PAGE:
Branson officials received several phone calls shortly after 9 a.m Friday Sep.22 after witnessing a plane spiraling into the Henning conservation area west of the Branson strip. The densely wooded area proved to be problematic for rescue teams who searched for nearly an hour and a half before local hospital airplanes were dispatched to identify the crash site. There was neither smoke nor fire and wreckage debris was scattered in a relatively small area. Emergency responder details of the scene suggested the pilot died on impact. The pilot has been identified as Thomas Currie.
Thomas Currie stayed overnight at Hollister’s Taney County Airport, previously known as M Graham Park Airport, in the mechanic’s hanger after experiencing propeller vibrations with his homemade aircraft. He was hesitant about flying the plane due to concerns about the connection between the propeller and crank shaft which may have cause oil leaks. It was reported that Currie held up a can of J-B Weld, joking, “I never fly without it”. Currie plane was one of over 2000 “Quickie kit planes” which are no longer in production. Known for an inexpensive price and ease of use featuring glass fibre over a foam core. The Continental 4 cylinder 85 horsepower engine reached speeds of 150 miles an hour which flight instructor Bill Lee stated, “ shows an exceptional ability in aeronautic design”. Airport personnel described Thomas Currie as both an interesting and pleasant person to be around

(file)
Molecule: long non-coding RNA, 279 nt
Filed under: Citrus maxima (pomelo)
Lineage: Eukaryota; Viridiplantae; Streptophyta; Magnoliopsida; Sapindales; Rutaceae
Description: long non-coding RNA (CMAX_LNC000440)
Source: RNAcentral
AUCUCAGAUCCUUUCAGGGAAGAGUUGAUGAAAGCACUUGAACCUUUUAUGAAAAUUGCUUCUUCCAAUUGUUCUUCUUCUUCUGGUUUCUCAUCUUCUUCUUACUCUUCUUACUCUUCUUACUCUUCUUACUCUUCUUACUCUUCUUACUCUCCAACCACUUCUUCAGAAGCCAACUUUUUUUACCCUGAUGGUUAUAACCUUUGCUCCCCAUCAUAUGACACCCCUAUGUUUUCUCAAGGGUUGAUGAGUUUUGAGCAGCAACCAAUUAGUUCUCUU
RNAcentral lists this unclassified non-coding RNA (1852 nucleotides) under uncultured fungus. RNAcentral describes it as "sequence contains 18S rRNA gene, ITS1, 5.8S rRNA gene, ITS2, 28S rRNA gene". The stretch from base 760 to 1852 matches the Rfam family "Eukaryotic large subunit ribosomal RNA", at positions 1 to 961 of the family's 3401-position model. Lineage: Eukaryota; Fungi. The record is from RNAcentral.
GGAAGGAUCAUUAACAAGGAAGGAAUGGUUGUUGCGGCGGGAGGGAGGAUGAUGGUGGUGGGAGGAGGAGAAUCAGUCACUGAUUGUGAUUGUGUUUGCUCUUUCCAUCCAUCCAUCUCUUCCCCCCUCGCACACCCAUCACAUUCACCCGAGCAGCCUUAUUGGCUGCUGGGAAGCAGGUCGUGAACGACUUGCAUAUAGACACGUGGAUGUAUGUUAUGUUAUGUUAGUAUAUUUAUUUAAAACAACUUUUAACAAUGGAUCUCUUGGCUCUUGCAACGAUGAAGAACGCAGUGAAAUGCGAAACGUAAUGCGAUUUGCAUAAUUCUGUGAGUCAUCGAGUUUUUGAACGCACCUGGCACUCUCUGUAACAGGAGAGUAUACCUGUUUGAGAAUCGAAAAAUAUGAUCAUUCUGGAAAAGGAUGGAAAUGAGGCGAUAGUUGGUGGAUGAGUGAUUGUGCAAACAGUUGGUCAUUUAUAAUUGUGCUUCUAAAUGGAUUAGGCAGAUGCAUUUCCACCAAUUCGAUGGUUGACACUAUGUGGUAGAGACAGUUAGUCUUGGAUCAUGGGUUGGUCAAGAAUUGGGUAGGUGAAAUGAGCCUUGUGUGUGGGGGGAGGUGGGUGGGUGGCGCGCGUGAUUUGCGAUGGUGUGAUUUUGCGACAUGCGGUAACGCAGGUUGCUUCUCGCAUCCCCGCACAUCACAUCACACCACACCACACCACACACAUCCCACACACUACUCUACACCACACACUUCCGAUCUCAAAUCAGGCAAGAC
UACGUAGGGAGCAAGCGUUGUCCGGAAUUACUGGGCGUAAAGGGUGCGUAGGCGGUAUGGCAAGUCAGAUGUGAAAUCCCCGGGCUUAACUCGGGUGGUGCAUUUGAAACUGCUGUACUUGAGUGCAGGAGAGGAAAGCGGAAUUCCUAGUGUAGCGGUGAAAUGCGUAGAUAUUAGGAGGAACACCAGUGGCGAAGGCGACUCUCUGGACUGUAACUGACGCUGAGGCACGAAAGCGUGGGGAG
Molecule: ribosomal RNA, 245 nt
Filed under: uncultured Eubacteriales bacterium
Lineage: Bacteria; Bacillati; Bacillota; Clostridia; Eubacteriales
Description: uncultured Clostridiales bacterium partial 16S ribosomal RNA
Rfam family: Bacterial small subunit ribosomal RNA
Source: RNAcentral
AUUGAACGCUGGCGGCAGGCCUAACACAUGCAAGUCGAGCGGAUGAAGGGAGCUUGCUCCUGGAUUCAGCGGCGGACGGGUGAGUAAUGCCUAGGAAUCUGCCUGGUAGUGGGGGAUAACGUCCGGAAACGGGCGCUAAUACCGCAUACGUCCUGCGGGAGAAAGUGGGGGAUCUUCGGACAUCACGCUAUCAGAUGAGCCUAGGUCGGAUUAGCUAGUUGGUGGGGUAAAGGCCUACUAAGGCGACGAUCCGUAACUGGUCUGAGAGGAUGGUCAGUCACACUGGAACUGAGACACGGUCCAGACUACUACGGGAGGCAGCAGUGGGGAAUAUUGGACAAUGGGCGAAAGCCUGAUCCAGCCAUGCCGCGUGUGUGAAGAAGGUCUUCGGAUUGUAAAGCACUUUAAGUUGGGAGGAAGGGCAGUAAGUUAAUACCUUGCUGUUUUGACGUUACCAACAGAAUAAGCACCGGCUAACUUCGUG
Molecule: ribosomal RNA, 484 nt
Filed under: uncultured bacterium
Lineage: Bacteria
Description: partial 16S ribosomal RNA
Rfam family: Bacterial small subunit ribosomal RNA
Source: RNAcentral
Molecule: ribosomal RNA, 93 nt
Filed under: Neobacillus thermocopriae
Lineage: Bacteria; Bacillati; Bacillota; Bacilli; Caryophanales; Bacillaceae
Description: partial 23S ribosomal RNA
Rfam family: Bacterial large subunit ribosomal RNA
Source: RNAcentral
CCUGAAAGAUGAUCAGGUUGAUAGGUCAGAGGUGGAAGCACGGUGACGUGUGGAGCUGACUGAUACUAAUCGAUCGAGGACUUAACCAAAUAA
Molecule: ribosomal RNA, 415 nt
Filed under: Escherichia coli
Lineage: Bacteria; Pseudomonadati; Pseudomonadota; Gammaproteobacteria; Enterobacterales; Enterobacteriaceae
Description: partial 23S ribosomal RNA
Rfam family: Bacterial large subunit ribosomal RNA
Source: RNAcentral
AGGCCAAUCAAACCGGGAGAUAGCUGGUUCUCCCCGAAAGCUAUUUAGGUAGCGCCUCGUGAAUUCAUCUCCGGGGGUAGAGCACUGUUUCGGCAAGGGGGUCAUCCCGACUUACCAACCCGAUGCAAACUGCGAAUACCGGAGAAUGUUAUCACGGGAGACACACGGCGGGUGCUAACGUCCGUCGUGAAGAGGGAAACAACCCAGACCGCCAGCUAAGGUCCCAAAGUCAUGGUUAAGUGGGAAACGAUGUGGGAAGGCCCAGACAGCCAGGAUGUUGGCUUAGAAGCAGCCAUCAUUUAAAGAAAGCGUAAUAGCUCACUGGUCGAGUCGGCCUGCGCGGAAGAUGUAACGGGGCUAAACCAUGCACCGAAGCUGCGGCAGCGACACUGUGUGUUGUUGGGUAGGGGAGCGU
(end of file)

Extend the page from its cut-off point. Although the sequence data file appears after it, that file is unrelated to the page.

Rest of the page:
Currie was on his way to Kansas City where he planned to pick up a friend to take with him to an Emporia Kansas Air Show. Currie flew the plane for 7 years and 800 hours before the plane crash and was excited about going to the show which he had done annually since the plane was built. Thomas was especially excited about flying into Emporia and surprising his friends with a fresh new flying shark paint job.